The Guardian, 27 July 2015

The phrase ‘glass floor’ is a great deal newer than the phenomenon. I can’t remember how many years ago I submitted a TV pitch to an independent production company. When I went in for the meeting about it, they handed out copies of the pitch, which they had expanded and revised. Aside from the fact that the argument of the piece had been obliterated, the spelling of the location (Bournville) had been changed throughout (I hope you have already guessed that I know how to spell the name of my hometown correctly). I suggested, as politely as I could, that we might be more likely to persuade someone to buy the programme if it looked like we could spell the place where it was set.
To my absolute bafflement, the woman in charge of the meeting blew her stack.
‘The girl who did that is an intern, she’s working for free,’ she snarled. I wondered aloud if perhaps paying someone to do the job might get you a candidate who could spell something which is written on bars of chocolate in every newsagent in the country. Then I left the meeting and took the pitch elsewhere.
I always think of it when people ask why there are so many rubbish and derivative programmes on television. It’s a hugely desirable industry to work in, but the barriers to entry are considerable: unpaid internships have been commonplace for years, which limits your pool not to the best and brightest, but to the ones who can afford to work unpaid in central London for months at a time. In other words, rich parents count for a lot.
And now there are numbers to back up this suspicion: new findings from the Social Mobility and Child Poverty Commission suggest that less academically able children from richer families are 35% more likely to become high earners than their brainy-but-broke peers. This can’t surprise many of us: one of the primary forces acting on parents is the desire to see their children succeed. And you would be a shoddy parent indeed if you had no problem with your child slaving away for the minimum wage when you could help them achieve something more remunerative.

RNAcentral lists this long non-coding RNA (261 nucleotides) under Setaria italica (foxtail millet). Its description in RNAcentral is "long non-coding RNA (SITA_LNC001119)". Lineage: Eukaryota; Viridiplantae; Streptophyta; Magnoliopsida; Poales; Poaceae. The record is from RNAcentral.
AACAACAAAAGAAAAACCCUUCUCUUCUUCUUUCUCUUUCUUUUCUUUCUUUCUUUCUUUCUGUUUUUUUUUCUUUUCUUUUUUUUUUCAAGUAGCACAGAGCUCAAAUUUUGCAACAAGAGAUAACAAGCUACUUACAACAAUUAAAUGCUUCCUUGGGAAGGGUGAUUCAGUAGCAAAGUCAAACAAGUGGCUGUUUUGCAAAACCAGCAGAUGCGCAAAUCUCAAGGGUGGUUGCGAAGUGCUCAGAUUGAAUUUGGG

The trouble is, there aren’t limitless supplies of great, well-paid jobs. And there aren’t many industries where parental connections can’t help somewhere. One of the reasons I loved being a stand-up comedian was its egalitarian nature. No education, no wealth and no parents pulling strings can force an audience to find you funny. You have to learn by failing, onstage, how to succeed. It’s a brutal way of becoming good at something. But it is undeniable: audiences don’t care where you came from, unless you’re telling them a joke about it.
So we shouldn’t be asking how can we stop privileged parents passing privilege on to their offspring. Wealthy parents don’t love their children any less than poor parents, so of course they will try to ensure their children don’t suffer a drop in living standards when they leave home. The question we need to be asking is this: can someone without family connections and wealth make it into higher-earning industries if they want to? Especially if they have the talent to thrive there, if they could only overcome seemingly insurmountable hurdles.
There are lots of practical measures we could take to try and ensure that swathes of employment aren’t inaccessible to the less wealthy, not least the end of an unpaid internship culture which exploits young people and separates the rich from the poor at the very beginning of their working lives. But there is also a question of ambition.
I visit a lot of schools each year, sometimes to talk about Classics and sometimes to talk about broader careers stuff: I was a comedian, I am a writer and broadcaster, and I’ve had to run my own business to get to here, so I have spoken to a lot of students about all of these things. I charge the private schools and visit the state ones for free: a small redistributive act (to which most private schools happily agree).
The difference between the students I meet at private schools and state schools isn’t just in their confidence levels, it’s in their outlook. When I go to a state school, especially outside of London, the sixth-formers are intensely realistic in their expectations. They know they’ll need to earn money straightaway, and they want to know what kind of a living they might make as, say, a writer. The teachers often tell me it’s the only time they’ve spoken to someone who works in a creative industry, and that matters. So we don’t just need to build confidence and expand horizons, we need to make sure there are routes into desirable jobs for everyone, not just the children of the rich.